My daily routine living with . . . inflammatory bowel disease

Four women discuss day-to-day living with Ulcerative Colitis or Crohn’s disease

Síomha Reid

Síomha Reid

 

Inflammatory bowel disease (IBD) is a term used to describe a variety of diseases – including ulcerative colitis and Crohn’s disease.

Here are four young women’s stories about living with the disease.

SÍOMHA REID

I’m a 22-year-old student and mother suffering from an autoimmune disease called Ulcerative Colitis. I was diagnosed when I was 18 and that’s when my life changed completely. When in a flare, which is when the disease is active, I’m constantly back and forth to the bathroom all day. There’s lots of blood and severe cramping.

It makes it impossible even to prepare breakfast or stand for too long. I’ve had many hospital stays over the years. Ulcerative Colitis not only affects the intestines, but the whole body, with symptoms such as chronic fatigue, joint pain, mouth ulcers and brain fog.

Because I don’t look sick on the outside, it’s hard for my friends to truly understand what I’m going through and often I would have to quit plans and miss out on the whole college experience.

But it has also made me stronger, and made me realise people take their health for granted and I can appreciate the little things. When I tell people about my disease, the majority of people have not even heard of it. That is why I’m sharing my story to create more awareness.

ÁINE HUSSEY

I was diagnosed with Ulcerative Colitis in September 2006, just when I was about to start college at age 18. I’ll be turning 30 this July and it has been a rollercoaster over the last 12 years or so.

My symptoms started around my junior cert year really, but were mild so I put them down to stress and didn’t think about it until I reached sixth year. The Leaving Cert really took it’s toll on me and I suffered with terrible abdominal pain, back pain, severe diarrhoea, bleeding, chronic tiredness/fatigue. It got to the point where I weighed about 8st and my hip bones jutted out under my debs dress.

I finally got diagnosed after going to my GP several times and a couple of different gastroenterologist specialists. I have been on a multitude of drug combinations, had dozens of scopes (both ends!), have ended up in hospital with severe dehydration, have cancelled holidays, had to leave jobs and got extenuating circumstances in college for exams and continuous assessment markings.

After so much trial and error, I have hit on a good combination of medication, exercise and being mindful of what food I eat (which contrary to belief is not eating salad for lunch!).

I have gotten to a point where it is highly manageable, however, just last week, I spent two days on the couch with severe pain, fatigue and diarrhoea so it is unpredictable and can strike at any time.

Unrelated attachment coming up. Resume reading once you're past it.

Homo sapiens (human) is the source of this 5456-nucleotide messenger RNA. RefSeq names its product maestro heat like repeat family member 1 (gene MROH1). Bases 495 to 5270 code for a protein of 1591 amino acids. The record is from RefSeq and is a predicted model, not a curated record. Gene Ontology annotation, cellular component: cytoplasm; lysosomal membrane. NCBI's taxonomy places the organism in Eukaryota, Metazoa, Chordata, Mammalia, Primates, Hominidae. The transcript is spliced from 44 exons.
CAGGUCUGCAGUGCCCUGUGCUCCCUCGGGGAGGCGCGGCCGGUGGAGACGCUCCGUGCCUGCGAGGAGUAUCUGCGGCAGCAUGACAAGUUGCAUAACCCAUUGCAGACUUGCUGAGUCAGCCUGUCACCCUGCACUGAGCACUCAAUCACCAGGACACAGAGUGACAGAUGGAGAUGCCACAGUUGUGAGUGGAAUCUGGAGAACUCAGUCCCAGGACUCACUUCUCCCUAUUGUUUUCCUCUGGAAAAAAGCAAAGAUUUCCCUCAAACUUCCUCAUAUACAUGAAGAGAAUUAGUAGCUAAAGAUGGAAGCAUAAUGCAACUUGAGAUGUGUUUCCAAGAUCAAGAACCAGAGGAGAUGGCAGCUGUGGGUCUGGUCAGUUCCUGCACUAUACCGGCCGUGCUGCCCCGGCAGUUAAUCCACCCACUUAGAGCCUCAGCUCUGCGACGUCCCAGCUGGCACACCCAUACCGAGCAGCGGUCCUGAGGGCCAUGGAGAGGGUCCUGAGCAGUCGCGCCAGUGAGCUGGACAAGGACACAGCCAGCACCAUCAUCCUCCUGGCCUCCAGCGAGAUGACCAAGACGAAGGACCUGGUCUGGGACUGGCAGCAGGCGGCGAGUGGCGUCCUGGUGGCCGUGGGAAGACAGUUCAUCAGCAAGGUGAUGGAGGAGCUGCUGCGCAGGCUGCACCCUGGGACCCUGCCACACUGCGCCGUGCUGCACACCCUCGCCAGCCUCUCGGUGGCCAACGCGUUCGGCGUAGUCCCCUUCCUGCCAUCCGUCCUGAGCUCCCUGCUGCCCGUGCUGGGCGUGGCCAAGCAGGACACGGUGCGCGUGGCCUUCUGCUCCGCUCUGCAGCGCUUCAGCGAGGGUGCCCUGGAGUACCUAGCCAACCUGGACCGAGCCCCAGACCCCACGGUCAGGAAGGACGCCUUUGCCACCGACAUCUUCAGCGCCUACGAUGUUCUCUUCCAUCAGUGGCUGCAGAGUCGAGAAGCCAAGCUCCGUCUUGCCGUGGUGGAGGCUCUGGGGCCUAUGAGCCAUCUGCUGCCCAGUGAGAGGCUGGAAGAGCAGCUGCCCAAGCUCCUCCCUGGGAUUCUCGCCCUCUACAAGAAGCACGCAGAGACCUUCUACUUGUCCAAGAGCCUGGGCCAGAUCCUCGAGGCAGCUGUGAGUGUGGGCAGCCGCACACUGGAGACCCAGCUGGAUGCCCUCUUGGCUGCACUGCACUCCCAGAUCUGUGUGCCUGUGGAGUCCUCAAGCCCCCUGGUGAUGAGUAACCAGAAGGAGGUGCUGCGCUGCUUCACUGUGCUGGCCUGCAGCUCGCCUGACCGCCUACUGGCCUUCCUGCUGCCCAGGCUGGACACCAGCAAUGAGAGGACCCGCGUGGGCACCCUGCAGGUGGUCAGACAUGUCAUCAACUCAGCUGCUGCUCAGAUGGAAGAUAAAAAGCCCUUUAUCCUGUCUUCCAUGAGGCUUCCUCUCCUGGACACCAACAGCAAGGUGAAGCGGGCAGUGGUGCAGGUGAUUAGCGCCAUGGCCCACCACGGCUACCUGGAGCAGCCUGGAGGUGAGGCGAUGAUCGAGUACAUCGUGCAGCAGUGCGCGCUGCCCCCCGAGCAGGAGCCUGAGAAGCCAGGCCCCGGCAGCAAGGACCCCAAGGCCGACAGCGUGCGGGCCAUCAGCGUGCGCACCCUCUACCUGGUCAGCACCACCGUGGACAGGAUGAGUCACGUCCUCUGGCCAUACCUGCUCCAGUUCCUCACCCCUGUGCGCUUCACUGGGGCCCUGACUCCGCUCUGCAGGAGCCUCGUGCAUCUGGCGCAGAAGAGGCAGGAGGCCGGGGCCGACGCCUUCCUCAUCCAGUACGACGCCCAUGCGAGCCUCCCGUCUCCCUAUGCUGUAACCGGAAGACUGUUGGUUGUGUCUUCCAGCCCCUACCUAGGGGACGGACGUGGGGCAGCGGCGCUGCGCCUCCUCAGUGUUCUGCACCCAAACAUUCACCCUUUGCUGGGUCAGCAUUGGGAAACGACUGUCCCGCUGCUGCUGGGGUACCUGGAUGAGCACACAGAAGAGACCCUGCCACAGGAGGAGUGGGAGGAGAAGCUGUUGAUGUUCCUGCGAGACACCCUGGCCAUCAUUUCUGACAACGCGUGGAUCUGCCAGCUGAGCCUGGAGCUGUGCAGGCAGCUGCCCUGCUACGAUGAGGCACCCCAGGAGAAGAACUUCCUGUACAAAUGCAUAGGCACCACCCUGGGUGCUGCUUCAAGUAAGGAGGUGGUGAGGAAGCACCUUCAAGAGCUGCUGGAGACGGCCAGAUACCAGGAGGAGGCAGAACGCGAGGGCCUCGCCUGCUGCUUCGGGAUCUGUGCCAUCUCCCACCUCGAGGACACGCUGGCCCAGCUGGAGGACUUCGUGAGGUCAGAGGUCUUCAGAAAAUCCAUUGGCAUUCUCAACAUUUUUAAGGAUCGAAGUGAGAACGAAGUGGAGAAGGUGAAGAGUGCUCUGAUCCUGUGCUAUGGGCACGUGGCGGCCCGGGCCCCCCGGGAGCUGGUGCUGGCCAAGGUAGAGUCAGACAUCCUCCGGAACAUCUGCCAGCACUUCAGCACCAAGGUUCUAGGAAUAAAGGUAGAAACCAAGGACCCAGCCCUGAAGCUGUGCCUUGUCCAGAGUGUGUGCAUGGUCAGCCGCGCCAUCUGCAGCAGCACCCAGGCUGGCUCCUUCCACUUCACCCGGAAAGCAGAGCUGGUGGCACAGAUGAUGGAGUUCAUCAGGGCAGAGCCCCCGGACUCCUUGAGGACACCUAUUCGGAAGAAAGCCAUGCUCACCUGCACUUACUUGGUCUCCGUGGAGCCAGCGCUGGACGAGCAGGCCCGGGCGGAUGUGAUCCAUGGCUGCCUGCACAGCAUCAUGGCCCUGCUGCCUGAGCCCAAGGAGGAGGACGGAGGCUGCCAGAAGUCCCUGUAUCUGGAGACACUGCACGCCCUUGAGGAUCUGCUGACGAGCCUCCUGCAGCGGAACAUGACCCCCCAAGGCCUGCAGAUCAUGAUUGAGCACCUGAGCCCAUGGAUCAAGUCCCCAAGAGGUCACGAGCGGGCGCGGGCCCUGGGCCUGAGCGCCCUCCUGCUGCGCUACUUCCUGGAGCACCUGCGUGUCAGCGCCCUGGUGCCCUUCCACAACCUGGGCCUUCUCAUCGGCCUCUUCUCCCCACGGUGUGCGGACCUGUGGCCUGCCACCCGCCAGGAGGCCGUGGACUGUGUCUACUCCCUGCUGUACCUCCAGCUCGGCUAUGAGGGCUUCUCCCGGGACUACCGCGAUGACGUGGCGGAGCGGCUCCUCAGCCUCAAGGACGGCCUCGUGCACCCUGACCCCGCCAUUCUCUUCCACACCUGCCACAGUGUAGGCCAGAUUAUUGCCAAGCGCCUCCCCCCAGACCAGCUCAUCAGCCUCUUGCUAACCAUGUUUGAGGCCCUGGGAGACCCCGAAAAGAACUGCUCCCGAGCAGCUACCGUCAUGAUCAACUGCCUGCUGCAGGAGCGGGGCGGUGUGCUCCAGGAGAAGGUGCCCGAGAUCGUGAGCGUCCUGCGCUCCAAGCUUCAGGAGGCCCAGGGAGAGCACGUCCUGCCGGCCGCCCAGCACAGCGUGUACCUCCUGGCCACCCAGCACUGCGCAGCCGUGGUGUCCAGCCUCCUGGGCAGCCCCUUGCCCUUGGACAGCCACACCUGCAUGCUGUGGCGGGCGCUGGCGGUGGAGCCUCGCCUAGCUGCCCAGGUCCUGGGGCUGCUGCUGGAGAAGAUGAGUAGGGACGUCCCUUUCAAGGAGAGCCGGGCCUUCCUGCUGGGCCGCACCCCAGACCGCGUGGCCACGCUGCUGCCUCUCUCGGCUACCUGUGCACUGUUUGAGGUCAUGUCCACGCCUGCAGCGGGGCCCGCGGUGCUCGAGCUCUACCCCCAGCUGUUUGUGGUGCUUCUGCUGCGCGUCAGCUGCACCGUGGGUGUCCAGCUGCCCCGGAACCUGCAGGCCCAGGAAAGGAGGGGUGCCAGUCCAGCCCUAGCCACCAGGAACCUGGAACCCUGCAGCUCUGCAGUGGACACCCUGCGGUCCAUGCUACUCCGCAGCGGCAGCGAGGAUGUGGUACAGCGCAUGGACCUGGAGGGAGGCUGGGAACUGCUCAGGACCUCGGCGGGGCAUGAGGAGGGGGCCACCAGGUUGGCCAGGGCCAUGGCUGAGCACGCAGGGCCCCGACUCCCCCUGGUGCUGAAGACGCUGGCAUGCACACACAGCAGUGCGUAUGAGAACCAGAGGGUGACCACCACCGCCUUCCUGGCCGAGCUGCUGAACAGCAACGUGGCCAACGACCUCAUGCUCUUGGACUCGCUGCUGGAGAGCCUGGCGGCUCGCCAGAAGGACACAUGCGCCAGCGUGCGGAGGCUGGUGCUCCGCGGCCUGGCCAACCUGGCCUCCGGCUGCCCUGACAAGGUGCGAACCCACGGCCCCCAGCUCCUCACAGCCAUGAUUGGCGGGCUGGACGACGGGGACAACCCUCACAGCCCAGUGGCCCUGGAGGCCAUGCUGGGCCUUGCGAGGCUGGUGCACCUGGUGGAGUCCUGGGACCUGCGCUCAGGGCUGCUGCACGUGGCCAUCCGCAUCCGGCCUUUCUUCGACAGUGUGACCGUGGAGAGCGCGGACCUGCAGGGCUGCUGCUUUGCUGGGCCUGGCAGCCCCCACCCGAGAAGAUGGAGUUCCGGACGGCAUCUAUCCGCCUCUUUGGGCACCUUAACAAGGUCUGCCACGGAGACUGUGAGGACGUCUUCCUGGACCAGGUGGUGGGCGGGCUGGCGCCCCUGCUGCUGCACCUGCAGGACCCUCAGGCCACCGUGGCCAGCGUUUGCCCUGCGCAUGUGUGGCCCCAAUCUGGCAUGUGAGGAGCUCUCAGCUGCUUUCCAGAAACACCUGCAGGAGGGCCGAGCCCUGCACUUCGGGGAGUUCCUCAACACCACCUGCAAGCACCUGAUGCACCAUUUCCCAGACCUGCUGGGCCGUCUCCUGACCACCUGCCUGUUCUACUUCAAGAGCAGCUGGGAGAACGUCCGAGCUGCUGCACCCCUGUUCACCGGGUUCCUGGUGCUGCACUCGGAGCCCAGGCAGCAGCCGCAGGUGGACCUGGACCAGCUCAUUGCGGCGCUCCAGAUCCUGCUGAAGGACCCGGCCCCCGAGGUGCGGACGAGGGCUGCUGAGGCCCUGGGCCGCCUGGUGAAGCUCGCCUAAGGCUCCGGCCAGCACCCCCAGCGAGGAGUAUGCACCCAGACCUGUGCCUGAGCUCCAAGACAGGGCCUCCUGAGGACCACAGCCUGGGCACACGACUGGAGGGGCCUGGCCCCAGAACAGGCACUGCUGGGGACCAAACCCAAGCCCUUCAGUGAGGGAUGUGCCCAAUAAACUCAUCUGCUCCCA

The first thing I ingest every morning are anti-inflammatory drugs

The first thing I ingest every morning (even before a cuppa) are anti-inflammatory drugs. Then, after brekkie, there’s the immunosuppressant drugs, an anti-spasm tablet and a multi-vitamin.

There are 40,000 people in Ireland currently with Inflammatory Bowel Disease (IBD) – ulcerative Colitis or Crohn’s disease – and it is not recognised as a long-term illness so medical cards, etc, are all given on the basis of income etc, which is outrageous as the medicines and other treatments (massage, food intolerance testing, herbal meds, vitamins, etc) can cost a fortune.

I am lucky enough to have a medical card, but my meds per month work out at about €1,000 when I’m good and on a bad month much more.

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JADE HANLEY

A chronic illness? A bowel disease? Me? Why me?

These were the constant questions I asked myself every day for three months straight. It’s hard to come to terms with something so life-changing, and not for the better. I suffer from Crohn’s disease, a chronic Inflammatory Bowel Disease (IBD).

Jade Hanley.
Jade Hanley

I was diagnosed just over seven months ago, one month before my 23rd birthday. I was having the time of my life on my year J1 visa in New York City, when suddenly I had to cancel my internship and visa and come home straight away, as my insurance didn’t cover the treatment I needed in the States.

When I was diagnosed in May last year, every day was a struggle, especially since I was sick for the whole summer. I lost so much weight in New York between sitting in my apartment in Queens unable to move, eat or drink for two weeks straight. I was completely malnourished from constantly vomiting and going to the toilet, I was as white as a ghost and severely anaemic. I suffered from bad cramps and loose stool movements – and not the usual stomach cramps, it felt like someone was trying to tear out my insides.

On top of that, I was constantly bloated, suffered from bad mouth ulcers, mood swings, hot and cold chills, weight loss, and the dreaded haemorrhoids. It was only in the last year that I started noticing a lot of blood in my stools (lovely I know). My whole body was in pain, from my joints to my muscles, and to my mental state. This led to me becoming quite depressed and anxious, making matters a whole lot worse.

I was taking several different medications at a time for over four months, but the worst of them all was the steroid called prednisone (anyone who has been on these can sympathise with me). These are truly the worst steroids in the world, I gained so much weight, I suffered from moon face, which made me look like a chipmunk (and not a cute one). I started receiving Infliximab (Remicade) infusions every two months, which is an auto-immune suppressant drug used to treat IBD.

This was all going on while my friends were out enjoying their summer, it was the worst few months of my life. I also dealt with a bad infection (C-diff) that really affected my treatment, which set back my road to remission. A lot of my friends didn’t really understand exactly what Crohn’s was at first, same with my family and of course, I don’t blame them, I barely knew what it was.